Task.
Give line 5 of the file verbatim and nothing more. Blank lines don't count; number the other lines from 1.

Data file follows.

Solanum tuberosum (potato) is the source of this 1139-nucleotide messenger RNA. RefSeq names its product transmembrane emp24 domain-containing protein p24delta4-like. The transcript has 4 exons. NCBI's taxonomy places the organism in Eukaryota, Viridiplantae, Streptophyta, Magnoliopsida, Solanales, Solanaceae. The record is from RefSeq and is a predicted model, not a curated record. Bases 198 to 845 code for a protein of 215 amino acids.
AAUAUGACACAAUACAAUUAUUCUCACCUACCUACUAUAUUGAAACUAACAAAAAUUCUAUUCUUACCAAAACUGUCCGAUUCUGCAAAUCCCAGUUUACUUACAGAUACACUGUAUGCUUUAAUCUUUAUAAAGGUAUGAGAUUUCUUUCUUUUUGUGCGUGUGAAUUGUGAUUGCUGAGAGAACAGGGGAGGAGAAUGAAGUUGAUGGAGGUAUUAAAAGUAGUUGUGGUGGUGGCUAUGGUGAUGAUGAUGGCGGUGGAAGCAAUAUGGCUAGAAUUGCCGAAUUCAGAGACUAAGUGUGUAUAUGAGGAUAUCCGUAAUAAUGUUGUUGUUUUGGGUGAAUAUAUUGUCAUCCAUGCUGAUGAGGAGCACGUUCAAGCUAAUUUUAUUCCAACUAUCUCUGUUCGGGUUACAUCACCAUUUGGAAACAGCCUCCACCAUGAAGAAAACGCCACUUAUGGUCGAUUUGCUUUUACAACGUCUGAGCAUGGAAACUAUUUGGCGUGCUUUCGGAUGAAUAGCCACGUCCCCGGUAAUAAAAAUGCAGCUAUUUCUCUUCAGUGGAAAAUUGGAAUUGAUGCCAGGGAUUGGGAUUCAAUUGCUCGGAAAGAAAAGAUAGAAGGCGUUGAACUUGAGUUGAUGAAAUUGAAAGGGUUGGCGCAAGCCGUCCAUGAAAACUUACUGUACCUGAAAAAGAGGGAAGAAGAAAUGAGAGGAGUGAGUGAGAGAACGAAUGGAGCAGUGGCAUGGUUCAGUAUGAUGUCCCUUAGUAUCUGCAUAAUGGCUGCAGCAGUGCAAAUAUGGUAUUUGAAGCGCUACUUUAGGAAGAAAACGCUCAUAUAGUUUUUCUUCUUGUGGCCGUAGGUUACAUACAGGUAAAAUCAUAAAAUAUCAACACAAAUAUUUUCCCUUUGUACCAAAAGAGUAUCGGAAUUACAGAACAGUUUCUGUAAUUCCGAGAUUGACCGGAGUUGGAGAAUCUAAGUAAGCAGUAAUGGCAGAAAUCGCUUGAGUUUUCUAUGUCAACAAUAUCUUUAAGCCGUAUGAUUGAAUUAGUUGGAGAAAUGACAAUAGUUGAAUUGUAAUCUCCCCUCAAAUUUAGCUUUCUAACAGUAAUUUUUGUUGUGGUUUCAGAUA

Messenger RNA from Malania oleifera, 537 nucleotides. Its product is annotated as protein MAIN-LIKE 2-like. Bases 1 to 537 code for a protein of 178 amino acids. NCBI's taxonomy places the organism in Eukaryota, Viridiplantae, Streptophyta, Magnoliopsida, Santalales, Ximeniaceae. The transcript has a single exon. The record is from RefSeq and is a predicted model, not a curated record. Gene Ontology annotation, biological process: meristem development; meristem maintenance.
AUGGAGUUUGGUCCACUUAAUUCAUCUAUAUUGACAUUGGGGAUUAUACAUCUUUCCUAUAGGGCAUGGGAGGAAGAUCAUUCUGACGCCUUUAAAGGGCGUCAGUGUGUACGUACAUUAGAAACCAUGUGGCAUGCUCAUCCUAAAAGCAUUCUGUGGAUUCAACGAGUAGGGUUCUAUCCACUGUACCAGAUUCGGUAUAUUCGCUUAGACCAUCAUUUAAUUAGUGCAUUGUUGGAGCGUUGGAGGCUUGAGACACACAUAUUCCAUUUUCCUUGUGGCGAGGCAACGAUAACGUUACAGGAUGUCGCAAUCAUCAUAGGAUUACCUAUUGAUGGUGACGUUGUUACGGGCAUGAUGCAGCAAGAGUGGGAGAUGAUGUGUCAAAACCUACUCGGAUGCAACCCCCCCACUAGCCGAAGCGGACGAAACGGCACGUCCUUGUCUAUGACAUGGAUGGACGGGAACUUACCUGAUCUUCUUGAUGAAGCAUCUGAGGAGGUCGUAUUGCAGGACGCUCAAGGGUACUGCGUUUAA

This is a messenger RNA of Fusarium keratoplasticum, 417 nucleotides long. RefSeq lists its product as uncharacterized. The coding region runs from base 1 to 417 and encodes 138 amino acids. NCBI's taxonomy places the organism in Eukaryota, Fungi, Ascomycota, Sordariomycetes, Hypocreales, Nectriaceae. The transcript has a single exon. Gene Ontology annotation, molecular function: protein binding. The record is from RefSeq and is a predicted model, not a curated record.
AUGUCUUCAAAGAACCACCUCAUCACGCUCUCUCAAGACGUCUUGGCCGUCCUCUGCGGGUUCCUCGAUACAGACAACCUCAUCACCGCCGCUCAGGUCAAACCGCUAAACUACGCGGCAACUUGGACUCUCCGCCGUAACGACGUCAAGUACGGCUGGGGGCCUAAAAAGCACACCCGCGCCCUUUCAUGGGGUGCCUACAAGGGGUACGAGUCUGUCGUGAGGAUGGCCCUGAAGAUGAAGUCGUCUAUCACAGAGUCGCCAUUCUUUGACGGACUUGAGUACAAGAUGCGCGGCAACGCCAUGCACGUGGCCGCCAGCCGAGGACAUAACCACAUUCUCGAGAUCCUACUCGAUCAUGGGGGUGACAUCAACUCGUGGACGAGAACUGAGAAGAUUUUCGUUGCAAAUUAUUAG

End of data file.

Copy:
This is a messenger RNA of Fusarium keratoplasticum, 417 nucleotides long. RefSeq lists its product as uncharacterized. The coding region runs from base 1 to 417 and encodes 138 amino acids. NCBI's taxonomy places the organism in Eukaryota, Fungi, Ascomycota, Sordariomycetes, Hypocreales, Nectriaceae. The transcript has a single exon. Gene Ontology annotation, molecular function: protein binding. The record is from RefSeq and is a predicted model, not a curated record.